Canadian Natural Resources sees path to hike Horizon oilsands output by 76 per cent

CNRL (Canadian Natural Resources Limited) Horizon oil sands upgrader near Fort McMurray, Alberta. The Canadian Press Images/Larry MacDougal.

Canadian Natural Resources Ltd. said it believes the output of its Horizon oilsands mine could be increased by 195,000 barrels per day of synthetic crude oil, a 76 per cent hike from the mine’s current capacity of approximately 255,000 barrels per day.

The company, which is Canada’s largest oil and gas producer by market capitalization, said the potential increase is a “long-term” opportunity that would depend on a number of conditions including government support for carbon capture and storage as well as pipeline capacity.

“Our team has been working on expansion opportunities … What’s key to all of it is two front,” said CNRL president Scott Stauth, on a conference call with analysts on Thursday.

“One is we need to ensure that we have a carbon policy in place. … That fiscal policy is absolutely key for us to be able to move any additional expansion volumes forward. And also what’s important in terms of that would be securing and working on enhancing egress capacity as well out of the basin.”

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Click to play video: 'Future of Trans Mountain pipeline expansion as long-awaited project opens'
Future of Trans Mountain pipeline expansion as long-awaited project opens

CNRL made the announcement the same day the company reported its first-quarter profit fell compared with a year ago as it realized lower prices for synthetic crude oil and natural gas.

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The company reported it earned $987 million or 91 cents per diluted share for the quarter ended March 31, down from a profit of $1.80 billion or $1.62 per diluted share a year earlier.

But CNRL, which remains the darling among energy investors and analysts for its history of strong financial results, also said its latest quarter was the first since achieving its net debt target. The company is now returning 100 per cent of its free cash flow to shareholders.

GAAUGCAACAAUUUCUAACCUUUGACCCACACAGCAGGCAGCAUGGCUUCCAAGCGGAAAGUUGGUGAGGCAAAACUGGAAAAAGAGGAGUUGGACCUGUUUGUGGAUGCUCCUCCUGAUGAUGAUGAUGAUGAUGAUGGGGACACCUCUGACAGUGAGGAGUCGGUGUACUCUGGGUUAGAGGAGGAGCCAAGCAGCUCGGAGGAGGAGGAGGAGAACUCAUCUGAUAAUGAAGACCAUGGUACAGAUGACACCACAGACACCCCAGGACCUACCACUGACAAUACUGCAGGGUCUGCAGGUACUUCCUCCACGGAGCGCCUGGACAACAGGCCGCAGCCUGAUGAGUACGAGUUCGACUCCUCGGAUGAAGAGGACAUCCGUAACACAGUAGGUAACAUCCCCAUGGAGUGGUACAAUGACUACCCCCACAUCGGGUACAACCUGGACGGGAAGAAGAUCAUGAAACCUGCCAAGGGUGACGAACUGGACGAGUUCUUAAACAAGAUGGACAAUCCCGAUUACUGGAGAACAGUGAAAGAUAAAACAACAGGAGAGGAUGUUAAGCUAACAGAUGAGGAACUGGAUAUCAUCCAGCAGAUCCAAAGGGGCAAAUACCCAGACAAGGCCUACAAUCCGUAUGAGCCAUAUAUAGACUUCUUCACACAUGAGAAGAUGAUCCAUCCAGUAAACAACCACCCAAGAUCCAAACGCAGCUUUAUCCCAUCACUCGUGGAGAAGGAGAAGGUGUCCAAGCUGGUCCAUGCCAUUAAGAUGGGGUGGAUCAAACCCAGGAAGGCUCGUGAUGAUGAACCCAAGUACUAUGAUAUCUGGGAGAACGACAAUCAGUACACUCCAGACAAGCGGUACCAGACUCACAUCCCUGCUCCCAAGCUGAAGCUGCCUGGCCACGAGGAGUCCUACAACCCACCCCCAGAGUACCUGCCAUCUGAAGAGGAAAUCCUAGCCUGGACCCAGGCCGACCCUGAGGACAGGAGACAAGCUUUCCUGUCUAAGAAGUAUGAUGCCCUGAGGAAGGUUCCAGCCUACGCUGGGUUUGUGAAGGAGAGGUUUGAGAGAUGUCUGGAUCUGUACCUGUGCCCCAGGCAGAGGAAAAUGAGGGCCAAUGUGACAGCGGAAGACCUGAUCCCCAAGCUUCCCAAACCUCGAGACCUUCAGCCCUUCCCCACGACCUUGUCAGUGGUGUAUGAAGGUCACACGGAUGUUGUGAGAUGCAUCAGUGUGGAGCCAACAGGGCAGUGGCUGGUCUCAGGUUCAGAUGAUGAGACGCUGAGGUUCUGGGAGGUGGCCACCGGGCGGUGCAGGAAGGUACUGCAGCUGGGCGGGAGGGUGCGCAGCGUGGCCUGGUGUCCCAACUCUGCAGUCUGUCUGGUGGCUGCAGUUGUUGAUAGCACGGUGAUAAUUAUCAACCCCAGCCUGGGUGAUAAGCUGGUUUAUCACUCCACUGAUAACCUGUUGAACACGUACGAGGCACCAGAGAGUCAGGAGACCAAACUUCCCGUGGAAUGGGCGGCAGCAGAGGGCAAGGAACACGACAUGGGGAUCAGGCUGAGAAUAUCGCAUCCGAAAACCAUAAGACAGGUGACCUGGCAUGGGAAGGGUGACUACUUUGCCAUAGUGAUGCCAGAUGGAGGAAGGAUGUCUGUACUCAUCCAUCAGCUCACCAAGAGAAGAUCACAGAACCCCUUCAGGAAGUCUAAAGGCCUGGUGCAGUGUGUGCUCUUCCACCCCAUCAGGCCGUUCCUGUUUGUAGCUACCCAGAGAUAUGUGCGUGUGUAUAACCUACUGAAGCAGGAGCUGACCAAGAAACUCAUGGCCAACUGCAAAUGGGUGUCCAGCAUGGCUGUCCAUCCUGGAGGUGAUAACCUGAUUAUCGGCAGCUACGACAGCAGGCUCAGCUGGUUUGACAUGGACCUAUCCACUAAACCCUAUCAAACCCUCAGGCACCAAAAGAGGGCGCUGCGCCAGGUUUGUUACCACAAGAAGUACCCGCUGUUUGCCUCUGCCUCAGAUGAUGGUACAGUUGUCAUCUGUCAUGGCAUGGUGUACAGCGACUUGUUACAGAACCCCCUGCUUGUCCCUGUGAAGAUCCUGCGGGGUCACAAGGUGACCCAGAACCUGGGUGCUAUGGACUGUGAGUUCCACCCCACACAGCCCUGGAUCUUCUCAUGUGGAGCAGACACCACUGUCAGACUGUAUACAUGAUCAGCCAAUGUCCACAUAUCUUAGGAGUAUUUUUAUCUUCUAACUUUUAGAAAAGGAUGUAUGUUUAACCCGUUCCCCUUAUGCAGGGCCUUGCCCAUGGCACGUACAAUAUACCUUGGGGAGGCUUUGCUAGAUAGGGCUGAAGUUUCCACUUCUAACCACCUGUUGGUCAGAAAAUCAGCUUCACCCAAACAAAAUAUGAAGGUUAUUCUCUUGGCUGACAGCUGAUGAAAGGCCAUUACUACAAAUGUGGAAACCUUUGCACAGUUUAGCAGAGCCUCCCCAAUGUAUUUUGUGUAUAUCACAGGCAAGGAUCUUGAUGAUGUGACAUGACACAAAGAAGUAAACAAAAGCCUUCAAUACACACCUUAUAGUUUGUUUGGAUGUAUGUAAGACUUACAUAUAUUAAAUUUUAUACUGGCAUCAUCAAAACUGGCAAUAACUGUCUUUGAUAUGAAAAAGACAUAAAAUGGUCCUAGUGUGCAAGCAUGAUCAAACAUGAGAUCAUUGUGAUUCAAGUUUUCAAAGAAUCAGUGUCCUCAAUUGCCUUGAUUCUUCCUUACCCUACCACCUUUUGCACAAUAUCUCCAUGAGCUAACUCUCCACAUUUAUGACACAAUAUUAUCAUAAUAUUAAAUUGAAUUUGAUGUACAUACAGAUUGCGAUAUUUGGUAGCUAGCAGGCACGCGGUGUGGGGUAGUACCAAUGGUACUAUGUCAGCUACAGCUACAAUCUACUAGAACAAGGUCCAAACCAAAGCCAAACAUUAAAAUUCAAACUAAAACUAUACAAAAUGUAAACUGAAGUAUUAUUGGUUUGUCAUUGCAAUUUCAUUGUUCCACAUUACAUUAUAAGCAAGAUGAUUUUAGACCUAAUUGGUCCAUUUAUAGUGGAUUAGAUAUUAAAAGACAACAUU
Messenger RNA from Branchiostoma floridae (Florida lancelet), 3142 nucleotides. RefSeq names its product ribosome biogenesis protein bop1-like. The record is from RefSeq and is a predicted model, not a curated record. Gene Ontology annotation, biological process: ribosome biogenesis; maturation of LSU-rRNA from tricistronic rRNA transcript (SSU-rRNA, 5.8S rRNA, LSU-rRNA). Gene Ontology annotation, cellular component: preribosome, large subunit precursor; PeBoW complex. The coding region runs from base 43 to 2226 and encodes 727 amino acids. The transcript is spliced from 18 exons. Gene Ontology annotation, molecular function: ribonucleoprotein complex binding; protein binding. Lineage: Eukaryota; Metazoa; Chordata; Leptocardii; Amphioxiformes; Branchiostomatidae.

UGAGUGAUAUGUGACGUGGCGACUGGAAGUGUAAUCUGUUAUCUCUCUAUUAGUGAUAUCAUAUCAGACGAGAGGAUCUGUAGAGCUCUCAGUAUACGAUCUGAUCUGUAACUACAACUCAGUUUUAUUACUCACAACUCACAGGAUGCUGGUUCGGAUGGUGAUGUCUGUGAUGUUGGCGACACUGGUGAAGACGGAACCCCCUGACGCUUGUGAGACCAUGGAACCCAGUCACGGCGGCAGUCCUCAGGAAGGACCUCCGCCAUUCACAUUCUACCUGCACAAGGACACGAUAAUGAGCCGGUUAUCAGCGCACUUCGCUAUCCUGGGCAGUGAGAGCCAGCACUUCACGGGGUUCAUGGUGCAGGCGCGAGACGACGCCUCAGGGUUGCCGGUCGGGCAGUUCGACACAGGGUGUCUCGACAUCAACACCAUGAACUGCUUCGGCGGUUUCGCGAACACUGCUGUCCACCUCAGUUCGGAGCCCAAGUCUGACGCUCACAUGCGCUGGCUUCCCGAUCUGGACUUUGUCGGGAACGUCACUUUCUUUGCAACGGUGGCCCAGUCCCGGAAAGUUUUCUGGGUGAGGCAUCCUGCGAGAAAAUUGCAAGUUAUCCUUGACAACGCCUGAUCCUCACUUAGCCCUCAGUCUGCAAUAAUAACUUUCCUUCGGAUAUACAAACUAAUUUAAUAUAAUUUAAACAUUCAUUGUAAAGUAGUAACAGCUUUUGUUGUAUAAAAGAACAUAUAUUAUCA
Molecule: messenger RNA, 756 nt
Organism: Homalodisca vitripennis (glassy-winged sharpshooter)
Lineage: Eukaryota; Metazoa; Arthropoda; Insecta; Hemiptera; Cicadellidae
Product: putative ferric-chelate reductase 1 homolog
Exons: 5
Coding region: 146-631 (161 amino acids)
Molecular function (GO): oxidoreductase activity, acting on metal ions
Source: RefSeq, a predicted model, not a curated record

“CNQ remains our favourite producer,” RBC Capital Markets analyst Greg Pardy wrote in a note to clients Thursday.

Stauth said the company had previously talked about a potential 75,000 barrel per day expansion over the long-term at its Horizon mine north of Fort McMurray, Alta.

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But he said CNRL now believes greater gains can be achieved through both its in-pit extraction process project — which aims to replace the traditional bitumen extraction process by processing the bitumen right at the mine face — and its paraffinic froth treatment system, which makes use of hydrocarbon solvents to reduce the amount of energy required to separate bitumen from surrounding sand and water.

CNRL’s expansion plans were announced one day after the commercial start-up of the Trans Mountain pipeline expansion, on which the company has contracted shipping volumes of 94,000 barrels per day.

The long-awaited pipeline expansion has enabled rising oil production not just from CNRL, but from many Canadian oil producers.

Canada Energy Regulator data shows that in March, Alberta’s oil production was four million barrels per day, up 4.8 per cent from the same month last year. For the first three months of 2024, the province’s oil output hit a first-quarter record of 3.9 million barrels per day.

Alberta Premier Danielle Smith has said she wants to double the province’s oil output long-term, but that goal has a number of question marks hanging over it.

Analysts have said the Trans Mountain pipeline expansion will likely be at capacity just a handful of years after opening, which will make egress capacity a barrier to oil company production growth in the future.

In addition, companies are under pressure from both government and investors to significantly reduce their greenhouse gas emissions.

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CNRL is a member of the Pathways Alliance, a consortium of oilsands companies that are proposing to build a $16.5-billion carbon capture and storage network in northern Alberta, but Stauth said the group still needs more certainty around future carbon pricing and incentives before it can go ahead.

The federal government’s promised cap on oil and gas sector emissions, which is expected to be finalized this year, could also be a limiting factor.

CNRL warned Thursday of potential negative consequences of the cap.

“The proposed oil and natural gas sector emissions cap is unnecessary, exceedingly complex and undermines the investor confidence required for large-scale, long-term emission reduction initiatives,” the company said in a news release.

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